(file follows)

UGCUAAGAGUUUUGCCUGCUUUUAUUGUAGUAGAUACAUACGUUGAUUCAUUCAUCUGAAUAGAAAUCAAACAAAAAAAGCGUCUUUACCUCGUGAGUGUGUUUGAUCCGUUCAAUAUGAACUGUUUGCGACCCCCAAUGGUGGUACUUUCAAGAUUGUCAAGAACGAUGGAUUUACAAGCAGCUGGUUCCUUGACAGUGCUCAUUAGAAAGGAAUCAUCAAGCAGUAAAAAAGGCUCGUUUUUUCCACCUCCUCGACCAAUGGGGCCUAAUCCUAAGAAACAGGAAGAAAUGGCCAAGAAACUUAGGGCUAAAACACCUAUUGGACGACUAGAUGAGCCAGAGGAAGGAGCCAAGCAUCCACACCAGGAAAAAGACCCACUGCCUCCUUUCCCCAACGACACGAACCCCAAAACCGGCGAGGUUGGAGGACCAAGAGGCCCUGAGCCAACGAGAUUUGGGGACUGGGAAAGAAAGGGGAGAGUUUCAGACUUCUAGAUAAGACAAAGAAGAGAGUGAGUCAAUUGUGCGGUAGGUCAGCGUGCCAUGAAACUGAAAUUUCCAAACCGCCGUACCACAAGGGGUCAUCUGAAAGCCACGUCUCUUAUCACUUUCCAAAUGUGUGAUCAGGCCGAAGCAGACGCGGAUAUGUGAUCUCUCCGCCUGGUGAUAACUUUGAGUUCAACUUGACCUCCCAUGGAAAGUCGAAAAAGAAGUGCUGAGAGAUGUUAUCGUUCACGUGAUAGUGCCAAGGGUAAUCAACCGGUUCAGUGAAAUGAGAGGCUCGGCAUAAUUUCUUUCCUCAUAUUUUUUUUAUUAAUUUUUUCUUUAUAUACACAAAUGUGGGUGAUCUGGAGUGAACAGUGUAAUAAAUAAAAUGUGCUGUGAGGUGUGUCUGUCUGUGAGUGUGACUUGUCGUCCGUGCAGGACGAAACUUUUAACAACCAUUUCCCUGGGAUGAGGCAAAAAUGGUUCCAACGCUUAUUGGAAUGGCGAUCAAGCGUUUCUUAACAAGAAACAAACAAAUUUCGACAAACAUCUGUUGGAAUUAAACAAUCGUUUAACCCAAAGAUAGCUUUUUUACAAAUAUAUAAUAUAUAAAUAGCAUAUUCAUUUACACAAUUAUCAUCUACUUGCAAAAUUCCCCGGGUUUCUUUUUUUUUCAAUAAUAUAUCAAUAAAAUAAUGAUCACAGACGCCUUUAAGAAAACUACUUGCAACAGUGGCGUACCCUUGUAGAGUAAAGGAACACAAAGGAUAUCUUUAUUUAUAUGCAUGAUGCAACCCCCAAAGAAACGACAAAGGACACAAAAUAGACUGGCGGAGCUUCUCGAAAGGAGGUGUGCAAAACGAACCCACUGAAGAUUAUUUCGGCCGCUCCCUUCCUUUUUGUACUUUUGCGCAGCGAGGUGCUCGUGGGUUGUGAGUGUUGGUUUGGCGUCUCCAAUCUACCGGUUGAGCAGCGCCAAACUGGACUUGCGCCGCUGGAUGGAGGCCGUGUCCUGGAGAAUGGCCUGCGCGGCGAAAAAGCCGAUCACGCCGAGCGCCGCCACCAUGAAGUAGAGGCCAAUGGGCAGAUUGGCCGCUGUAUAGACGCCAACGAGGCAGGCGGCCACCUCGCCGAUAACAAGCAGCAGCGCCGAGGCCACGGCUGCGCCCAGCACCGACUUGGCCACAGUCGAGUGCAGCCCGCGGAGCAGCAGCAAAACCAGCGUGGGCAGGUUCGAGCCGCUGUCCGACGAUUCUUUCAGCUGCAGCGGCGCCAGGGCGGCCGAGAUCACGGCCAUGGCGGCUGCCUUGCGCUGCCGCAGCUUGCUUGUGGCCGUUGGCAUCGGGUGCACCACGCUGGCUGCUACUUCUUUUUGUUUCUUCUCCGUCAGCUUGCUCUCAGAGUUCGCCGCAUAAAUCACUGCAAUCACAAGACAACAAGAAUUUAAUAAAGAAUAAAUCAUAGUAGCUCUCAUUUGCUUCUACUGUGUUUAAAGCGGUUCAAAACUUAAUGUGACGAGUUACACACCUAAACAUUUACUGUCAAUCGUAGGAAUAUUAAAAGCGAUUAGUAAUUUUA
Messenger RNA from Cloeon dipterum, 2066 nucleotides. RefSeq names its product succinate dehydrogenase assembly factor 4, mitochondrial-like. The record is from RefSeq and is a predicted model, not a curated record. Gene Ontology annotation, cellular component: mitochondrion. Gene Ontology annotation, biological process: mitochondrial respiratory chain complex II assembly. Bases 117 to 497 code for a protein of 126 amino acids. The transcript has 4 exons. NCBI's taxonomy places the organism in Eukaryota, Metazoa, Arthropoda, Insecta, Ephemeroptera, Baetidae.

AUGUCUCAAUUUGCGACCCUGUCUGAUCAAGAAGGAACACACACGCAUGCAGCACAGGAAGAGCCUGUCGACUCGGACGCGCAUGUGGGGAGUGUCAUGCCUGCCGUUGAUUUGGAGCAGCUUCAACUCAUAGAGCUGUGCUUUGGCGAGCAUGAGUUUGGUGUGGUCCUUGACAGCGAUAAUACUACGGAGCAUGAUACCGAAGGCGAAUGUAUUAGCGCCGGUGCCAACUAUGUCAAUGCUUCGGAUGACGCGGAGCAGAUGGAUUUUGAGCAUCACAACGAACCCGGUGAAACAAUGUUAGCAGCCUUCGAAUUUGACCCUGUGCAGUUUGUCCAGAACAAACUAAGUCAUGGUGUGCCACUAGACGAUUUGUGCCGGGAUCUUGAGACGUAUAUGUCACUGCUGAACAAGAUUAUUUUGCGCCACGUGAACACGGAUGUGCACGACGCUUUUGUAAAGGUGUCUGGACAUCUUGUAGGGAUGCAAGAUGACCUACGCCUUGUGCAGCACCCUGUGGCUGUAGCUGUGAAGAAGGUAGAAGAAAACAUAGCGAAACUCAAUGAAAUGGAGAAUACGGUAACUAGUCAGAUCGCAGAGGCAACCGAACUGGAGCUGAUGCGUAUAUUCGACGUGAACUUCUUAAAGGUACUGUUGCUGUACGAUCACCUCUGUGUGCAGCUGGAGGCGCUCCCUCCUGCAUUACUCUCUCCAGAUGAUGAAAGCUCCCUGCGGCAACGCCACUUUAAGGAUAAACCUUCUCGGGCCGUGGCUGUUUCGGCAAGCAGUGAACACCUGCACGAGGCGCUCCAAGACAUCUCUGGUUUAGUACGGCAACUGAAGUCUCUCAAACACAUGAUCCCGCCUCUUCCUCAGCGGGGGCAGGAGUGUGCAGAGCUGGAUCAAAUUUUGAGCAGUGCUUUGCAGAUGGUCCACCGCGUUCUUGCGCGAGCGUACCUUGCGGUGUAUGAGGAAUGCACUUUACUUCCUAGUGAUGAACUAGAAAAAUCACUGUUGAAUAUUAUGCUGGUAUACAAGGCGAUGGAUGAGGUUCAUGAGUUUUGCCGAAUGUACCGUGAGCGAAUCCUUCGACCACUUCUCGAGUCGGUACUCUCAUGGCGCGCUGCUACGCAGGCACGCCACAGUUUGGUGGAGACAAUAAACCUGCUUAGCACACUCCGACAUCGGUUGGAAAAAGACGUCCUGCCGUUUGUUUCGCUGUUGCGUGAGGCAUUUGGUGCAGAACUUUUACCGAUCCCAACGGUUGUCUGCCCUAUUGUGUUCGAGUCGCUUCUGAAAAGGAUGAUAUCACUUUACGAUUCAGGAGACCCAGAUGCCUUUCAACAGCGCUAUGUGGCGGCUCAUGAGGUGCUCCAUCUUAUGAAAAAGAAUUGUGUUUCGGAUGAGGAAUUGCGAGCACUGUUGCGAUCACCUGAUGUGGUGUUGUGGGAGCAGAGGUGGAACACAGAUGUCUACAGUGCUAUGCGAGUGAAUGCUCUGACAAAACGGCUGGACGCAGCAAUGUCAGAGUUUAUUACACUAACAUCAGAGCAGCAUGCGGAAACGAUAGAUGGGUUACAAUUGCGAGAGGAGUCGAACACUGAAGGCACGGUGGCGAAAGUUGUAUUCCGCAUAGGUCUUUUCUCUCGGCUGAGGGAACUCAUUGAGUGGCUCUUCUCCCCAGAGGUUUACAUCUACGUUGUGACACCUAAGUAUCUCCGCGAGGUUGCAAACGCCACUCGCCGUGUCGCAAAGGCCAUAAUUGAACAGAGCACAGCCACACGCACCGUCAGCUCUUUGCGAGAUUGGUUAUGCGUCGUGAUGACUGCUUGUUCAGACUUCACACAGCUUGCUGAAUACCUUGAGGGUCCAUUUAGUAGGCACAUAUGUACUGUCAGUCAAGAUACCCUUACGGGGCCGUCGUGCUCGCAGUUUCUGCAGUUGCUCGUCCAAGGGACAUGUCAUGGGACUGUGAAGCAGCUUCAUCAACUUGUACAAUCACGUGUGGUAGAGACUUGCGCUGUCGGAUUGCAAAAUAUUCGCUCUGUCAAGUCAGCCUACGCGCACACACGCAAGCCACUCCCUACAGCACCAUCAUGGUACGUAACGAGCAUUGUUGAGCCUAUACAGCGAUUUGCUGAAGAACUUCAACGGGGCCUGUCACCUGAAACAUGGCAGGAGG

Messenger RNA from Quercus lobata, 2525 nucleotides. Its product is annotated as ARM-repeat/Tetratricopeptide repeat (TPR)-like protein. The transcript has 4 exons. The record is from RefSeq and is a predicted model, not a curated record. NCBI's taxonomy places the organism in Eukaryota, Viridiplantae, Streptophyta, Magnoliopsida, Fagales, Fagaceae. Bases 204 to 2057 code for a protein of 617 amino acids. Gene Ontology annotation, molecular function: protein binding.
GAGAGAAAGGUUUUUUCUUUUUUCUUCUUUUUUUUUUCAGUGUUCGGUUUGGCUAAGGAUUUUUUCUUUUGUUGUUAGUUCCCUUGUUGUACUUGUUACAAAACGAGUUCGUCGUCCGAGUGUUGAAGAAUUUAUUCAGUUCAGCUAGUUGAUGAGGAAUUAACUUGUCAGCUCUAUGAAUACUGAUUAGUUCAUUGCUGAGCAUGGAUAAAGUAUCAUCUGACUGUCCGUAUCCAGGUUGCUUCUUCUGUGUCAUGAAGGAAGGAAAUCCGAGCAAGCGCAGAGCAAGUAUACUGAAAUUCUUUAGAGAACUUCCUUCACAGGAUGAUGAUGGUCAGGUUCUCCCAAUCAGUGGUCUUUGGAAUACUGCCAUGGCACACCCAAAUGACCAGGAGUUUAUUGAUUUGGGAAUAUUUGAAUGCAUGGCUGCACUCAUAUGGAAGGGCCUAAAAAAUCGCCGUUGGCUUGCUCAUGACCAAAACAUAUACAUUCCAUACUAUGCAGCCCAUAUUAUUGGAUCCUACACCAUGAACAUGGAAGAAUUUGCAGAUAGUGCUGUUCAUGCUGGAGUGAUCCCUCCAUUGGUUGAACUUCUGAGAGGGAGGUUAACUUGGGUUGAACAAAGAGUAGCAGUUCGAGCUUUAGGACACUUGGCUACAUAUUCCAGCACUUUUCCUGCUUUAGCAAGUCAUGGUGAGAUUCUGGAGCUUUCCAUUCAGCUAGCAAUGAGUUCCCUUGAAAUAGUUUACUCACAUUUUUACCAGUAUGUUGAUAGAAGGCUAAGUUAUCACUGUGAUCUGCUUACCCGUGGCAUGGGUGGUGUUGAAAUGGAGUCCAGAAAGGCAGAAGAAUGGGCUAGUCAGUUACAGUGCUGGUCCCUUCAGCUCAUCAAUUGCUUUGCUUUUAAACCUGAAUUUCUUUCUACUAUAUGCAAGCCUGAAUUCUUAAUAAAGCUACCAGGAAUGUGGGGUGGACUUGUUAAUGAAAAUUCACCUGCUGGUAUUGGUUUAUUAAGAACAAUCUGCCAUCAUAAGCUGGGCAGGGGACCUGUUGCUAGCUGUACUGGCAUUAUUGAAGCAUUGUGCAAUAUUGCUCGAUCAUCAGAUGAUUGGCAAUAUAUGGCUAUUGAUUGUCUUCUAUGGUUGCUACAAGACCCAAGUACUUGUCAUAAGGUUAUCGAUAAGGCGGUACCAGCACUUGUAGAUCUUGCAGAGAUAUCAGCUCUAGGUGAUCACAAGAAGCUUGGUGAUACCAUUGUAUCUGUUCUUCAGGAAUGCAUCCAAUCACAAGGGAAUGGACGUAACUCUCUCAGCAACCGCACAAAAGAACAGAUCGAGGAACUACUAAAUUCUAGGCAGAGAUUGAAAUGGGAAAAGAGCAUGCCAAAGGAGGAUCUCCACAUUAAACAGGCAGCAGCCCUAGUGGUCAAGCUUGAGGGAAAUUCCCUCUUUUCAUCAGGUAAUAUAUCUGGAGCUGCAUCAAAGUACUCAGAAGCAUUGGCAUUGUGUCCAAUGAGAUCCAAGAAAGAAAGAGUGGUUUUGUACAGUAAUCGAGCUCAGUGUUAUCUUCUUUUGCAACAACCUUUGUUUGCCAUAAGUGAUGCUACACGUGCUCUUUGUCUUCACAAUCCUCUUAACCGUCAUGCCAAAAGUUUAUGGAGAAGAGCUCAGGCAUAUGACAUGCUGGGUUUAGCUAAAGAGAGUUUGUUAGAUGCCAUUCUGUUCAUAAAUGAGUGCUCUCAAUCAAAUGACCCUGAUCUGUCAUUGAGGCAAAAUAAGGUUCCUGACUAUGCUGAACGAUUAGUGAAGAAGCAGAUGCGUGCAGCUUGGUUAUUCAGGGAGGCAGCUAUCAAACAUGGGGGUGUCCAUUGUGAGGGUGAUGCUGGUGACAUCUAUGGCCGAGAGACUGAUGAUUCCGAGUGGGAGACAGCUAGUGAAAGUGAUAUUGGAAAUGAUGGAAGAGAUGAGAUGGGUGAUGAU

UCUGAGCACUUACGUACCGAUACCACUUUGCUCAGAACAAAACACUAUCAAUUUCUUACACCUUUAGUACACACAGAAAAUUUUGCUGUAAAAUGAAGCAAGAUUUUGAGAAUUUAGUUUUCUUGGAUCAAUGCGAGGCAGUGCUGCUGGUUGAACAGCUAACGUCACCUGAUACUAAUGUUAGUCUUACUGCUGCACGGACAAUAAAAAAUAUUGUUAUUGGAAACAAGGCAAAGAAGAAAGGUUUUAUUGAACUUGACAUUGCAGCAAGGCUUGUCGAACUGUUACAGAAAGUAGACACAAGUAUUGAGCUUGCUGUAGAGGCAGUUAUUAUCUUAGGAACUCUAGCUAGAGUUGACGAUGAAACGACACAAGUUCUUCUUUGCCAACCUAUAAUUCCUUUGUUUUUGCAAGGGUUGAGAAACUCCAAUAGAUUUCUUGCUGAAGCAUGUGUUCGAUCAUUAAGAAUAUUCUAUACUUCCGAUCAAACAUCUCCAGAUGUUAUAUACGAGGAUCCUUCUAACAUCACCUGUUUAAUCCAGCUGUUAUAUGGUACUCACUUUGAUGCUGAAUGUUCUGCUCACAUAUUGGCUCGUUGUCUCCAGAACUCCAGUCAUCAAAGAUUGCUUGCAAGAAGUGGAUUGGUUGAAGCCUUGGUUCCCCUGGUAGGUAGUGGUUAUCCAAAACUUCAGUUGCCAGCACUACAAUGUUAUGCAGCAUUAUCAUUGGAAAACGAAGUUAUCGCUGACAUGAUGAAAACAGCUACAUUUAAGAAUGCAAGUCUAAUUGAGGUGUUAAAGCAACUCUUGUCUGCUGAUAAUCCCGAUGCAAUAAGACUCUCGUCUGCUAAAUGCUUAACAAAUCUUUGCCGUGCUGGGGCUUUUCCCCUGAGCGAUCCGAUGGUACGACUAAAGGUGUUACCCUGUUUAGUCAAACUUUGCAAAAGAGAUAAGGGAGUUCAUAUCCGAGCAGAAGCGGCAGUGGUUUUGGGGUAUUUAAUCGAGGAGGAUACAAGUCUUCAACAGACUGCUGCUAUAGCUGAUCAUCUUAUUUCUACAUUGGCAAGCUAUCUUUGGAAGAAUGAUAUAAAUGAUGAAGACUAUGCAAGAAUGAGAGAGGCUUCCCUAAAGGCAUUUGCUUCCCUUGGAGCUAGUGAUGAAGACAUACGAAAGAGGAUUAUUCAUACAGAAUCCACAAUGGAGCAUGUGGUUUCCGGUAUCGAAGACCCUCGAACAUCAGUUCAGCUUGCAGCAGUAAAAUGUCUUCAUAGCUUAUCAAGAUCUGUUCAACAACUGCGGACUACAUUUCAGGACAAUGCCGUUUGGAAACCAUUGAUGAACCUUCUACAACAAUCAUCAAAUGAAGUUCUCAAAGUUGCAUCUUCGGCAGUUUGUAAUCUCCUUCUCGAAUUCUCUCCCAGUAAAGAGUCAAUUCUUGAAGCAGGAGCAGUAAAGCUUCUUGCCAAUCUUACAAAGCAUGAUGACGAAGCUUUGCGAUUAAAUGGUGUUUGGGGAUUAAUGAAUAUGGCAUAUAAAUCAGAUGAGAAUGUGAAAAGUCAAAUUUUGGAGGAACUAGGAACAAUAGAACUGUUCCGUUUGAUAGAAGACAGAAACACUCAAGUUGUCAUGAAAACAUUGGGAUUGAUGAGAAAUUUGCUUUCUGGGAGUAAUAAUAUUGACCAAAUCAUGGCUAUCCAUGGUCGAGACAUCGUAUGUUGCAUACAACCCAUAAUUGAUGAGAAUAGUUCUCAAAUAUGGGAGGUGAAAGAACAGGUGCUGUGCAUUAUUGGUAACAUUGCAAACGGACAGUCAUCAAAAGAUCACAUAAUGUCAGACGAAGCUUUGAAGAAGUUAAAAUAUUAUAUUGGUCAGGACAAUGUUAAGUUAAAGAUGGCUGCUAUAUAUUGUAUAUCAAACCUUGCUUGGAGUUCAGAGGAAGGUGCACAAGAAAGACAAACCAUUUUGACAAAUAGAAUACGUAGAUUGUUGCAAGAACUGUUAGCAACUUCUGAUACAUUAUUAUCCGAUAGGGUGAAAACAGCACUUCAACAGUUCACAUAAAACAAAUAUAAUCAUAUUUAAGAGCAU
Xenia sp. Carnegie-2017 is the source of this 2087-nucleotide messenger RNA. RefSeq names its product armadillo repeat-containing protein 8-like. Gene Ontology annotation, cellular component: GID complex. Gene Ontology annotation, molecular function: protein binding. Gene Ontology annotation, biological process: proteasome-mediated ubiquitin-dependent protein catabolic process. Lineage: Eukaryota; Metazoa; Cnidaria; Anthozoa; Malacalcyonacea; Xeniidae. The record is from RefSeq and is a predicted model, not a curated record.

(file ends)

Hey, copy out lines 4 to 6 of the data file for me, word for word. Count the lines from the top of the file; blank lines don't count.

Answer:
Messenger RNA from Quercus lobata, 2525 nucleotides. Its product is annotated as ARM-repeat/Tetratricopeptide repeat (TPR)-like protein. The transcript has 4 exons. The record is from RefSeq and is a predicted model, not a curated record. NCBI's taxonomy places the organism in Eukaryota, Viridiplantae, Streptophyta, Magnoliopsida, Fagales, Fagaceae. Bases 204 to 2057 code for a protein of 617 amino acids. Gene Ontology annotation, molecular function: protein binding.
GAGAGAAAGGUUUUUUCUUUUUUCUUCUUUUUUUUUUCAGUGUUCGGUUUGGCUAAGGAUUUUUUCUUUUGUUGUUAGUUCCCUUGUUGUACUUGUUACAAAACGAGUUCGUCGUCCGAGUGUUGAAGAAUUUAUUCAGUUCAGCUAGUUGAUGAGGAAUUAACUUGUCAGCUCUAUGAAUACUGAUUAGUUCAUUGCUGAGCAUGGAUAAAGUAUCAUCUGACUGUCCGUAUCCAGGUUGCUUCUUCUGUGUCAUGAAGGAAGGAAAUCCGAGCAAGCGCAGAGCAAGUAUACUGAAAUUCUUUAGAGAACUUCCUUCACAGGAUGAUGAUGGUCAGGUUCUCCCAAUCAGUGGUCUUUGGAAUACUGCCAUGGCACACCCAAAUGACCAGGAGUUUAUUGAUUUGGGAAUAUUUGAAUGCAUGGCUGCACUCAUAUGGAAGGGCCUAAAAAAUCGCCGUUGGCUUGCUCAUGACCAAAACAUAUACAUUCCAUACUAUGCAGCCCAUAUUAUUGGAUCCUACACCAUGAACAUGGAAGAAUUUGCAGAUAGUGCUGUUCAUGCUGGAGUGAUCCCUCCAUUGGUUGAACUUCUGAGAGGGAGGUUAACUUGGGUUGAACAAAGAGUAGCAGUUCGAGCUUUAGGACACUUGGCUACAUAUUCCAGCACUUUUCCUGCUUUAGCAAGUCAUGGUGAGAUUCUGGAGCUUUCCAUUCAGCUAGCAAUGAGUUCCCUUGAAAUAGUUUACUCACAUUUUUACCAGUAUGUUGAUAGAAGGCUAAGUUAUCACUGUGAUCUGCUUACCCGUGGCAUGGGUGGUGUUGAAAUGGAGUCCAGAAAGGCAGAAGAAUGGGCUAGUCAGUUACAGUGCUGGUCCCUUCAGCUCAUCAAUUGCUUUGCUUUUAAACCUGAAUUUCUUUCUACUAUAUGCAAGCCUGAAUUCUUAAUAAAGCUACCAGGAAUGUGGGGUGGACUUGUUAAUGAAAAUUCACCUGCUGGUAUUGGUUUAUUAAGAACAAUCUGCCAUCAUAAGCUGGGCAGGGGACCUGUUGCUAGCUGUACUGGCAUUAUUGAAGCAUUGUGCAAUAUUGCUCGAUCAUCAGAUGAUUGGCAAUAUAUGGCUAUUGAUUGUCUUCUAUGGUUGCUACAAGACCCAAGUACUUGUCAUAAGGUUAUCGAUAAGGCGGUACCAGCACUUGUAGAUCUUGCAGAGAUAUCAGCUCUAGGUGAUCACAAGAAGCUUGGUGAUACCAUUGUAUCUGUUCUUCAGGAAUGCAUCCAAUCACAAGGGAAUGGACGUAACUCUCUCAGCAACCGCACAAAAGAACAGAUCGAGGAACUACUAAAUUCUAGGCAGAGAUUGAAAUGGGAAAAGAGCAUGCCAAAGGAGGAUCUCCACAUUAAACAGGCAGCAGCCCUAGUGGUCAAGCUUGAGGGAAAUUCCCUCUUUUCAUCAGGUAAUAUAUCUGGAGCUGCAUCAAAGUACUCAGAAGCAUUGGCAUUGUGUCCAAUGAGAUCCAAGAAAGAAAGAGUGGUUUUGUACAGUAAUCGAGCUCAGUGUUAUCUUCUUUUGCAACAACCUUUGUUUGCCAUAAGUGAUGCUACACGUGCUCUUUGUCUUCACAAUCCUCUUAACCGUCAUGCCAAAAGUUUAUGGAGAAGAGCUCAGGCAUAUGACAUGCUGGGUUUAGCUAAAGAGAGUUUGUUAGAUGCCAUUCUGUUCAUAAAUGAGUGCUCUCAAUCAAAUGACCCUGAUCUGUCAUUGAGGCAAAAUAAGGUUCCUGACUAUGCUGAACGAUUAGUGAAGAAGCAGAUGCGUGCAGCUUGGUUAUUCAGGGAGGCAGCUAUCAAACAUGGGGGUGUCCAUUGUGAGGGUGAUGCUGGUGACAUCUAUGGCCGAGAGACUGAUGAUUCCGAGUGGGAGACAGCUAGUGAAAGUGAUAUUGGAAAUGAUGGAAGAGAUGAGAUGGGUGAUGAU

UCUGAGCACUUACGUACCGAUACCACUUUGCUCAGAACAAAACACUAUCAAUUUCUUACACCUUUAGUACACACAGAAAAUUUUGCUGUAAAAUGAAGCAAGAUUUUGAGAAUUUAGUUUUCUUGGAUCAAUGCGAGGCAGUGCUGCUGGUUGAACAGCUAACGUCACCUGAUACUAAUGUUAGUCUUACUGCUGCACGGACAAUAAAAAAUAUUGUUAUUGGAAACAAGGCAAAGAAGAAAGGUUUUAUUGAACUUGACAUUGCAGCAAGGCUUGUCGAACUGUUACAGAAAGUAGACACAAGUAUUGAGCUUGCUGUAGAGGCAGUUAUUAUCUUAGGAACUCUAGCUAGAGUUGACGAUGAAACGACACAAGUUCUUCUUUGCCAACCUAUAAUUCCUUUGUUUUUGCAAGGGUUGAGAAACUCCAAUAGAUUUCUUGCUGAAGCAUGUGUUCGAUCAUUAAGAAUAUUCUAUACUUCCGAUCAAACAUCUCCAGAUGUUAUAUACGAGGAUCCUUCUAACAUCACCUGUUUAAUCCAGCUGUUAUAUGGUACUCACUUUGAUGCUGAAUGUUCUGCUCACAUAUUGGCUCGUUGUCUCCAGAACUCCAGUCAUCAAAGAUUGCUUGCAAGAAGUGGAUUGGUUGAAGCCUUGGUUCCCCUGGUAGGUAGUGGUUAUCCAAAACUUCAGUUGCCAGCACUACAAUGUUAUGCAGCAUUAUCAUUGGAAAACGAAGUUAUCGCUGACAUGAUGAAAACAGCUACAUUUAAGAAUGCAAGUCUAAUUGAGGUGUUAAAGCAACUCUUGUCUGCUGAUAAUCCCGAUGCAAUAAGACUCUCGUCUGCUAAAUGCUUAACAAAUCUUUGCCGUGCUGGGGCUUUUCCCCUGAGCGAUCCGAUGGUACGACUAAAGGUGUUACCCUGUUUAGUCAAACUUUGCAAAAGAGAUAAGGGAGUUCAUAUCCGAGCAGAAGCGGCAGUGGUUUUGGGGUAUUUAAUCGAGGAGGAUACAAGUCUUCAACAGACUGCUGCUAUAGCUGAUCAUCUUAUUUCUACAUUGGCAAGCUAUCUUUGGAAGAAUGAUAUAAAUGAUGAAGACUAUGCAAGAAUGAGAGAGGCUUCCCUAAAGGCAUUUGCUUCCCUUGGAGCUAGUGAUGAAGACAUACGAAAGAGGAUUAUUCAUACAGAAUCCACAAUGGAGCAUGUGGUUUCCGGUAUCGAAGACCCUCGAACAUCAGUUCAGCUUGCAGCAGUAAAAUGUCUUCAUAGCUUAUCAAGAUCUGUUCAACAACUGCGGACUACAUUUCAGGACAAUGCCGUUUGGAAACCAUUGAUGAACCUUCUACAACAAUCAUCAAAUGAAGUUCUCAAAGUUGCAUCUUCGGCAGUUUGUAAUCUCCUUCUCGAAUUCUCUCCCAGUAAAGAGUCAAUUCUUGAAGCAGGAGCAGUAAAGCUUCUUGCCAAUCUUACAAAGCAUGAUGACGAAGCUUUGCGAUUAAAUGGUGUUUGGGGAUUAAUGAAUAUGGCAUAUAAAUCAGAUGAGAAUGUGAAAAGUCAAAUUUUGGAGGAACUAGGAACAAUAGAACUGUUCCGUUUGAUAGAAGACAGAAACACUCAAGUUGUCAUGAAAACAUUGGGAUUGAUGAGAAAUUUGCUUUCUGGGAGUAAUAAUAUUGACCAAAUCAUGGCUAUCCAUGGUCGAGACAUCGUAUGUUGCAUACAACCCAUAAUUGAUGAGAAUAGUUCUCAAAUAUGGGAGGUGAAAGAACAGGUGCUGUGCAUUAUUGGUAACAUUGCAAACGGACAGUCAUCAAAAGAUCACAUAAUGUCAGACGAAGCUUUGAAGAAGUUAAAAUAUUAUAUUGGUCAGGACAAUGUUAAGUUAAAGAUGGCUGCUAUAUAUUGUAUAUCAAACCUUGCUUGGAGUUCAGAGGAAGGUGCACAAGAAAGACAAACCAUUUUGACAAAUAGAAUACGUAGAUUGUUGCAAGAACUGUUAGCAACUUCUGAUACAUUAUUAUCCGAUAGGGUGAAAACAGCACUUCAACAGUUCACAUAAAACAAAUAUAAUCAUAUUUAAGAGCAU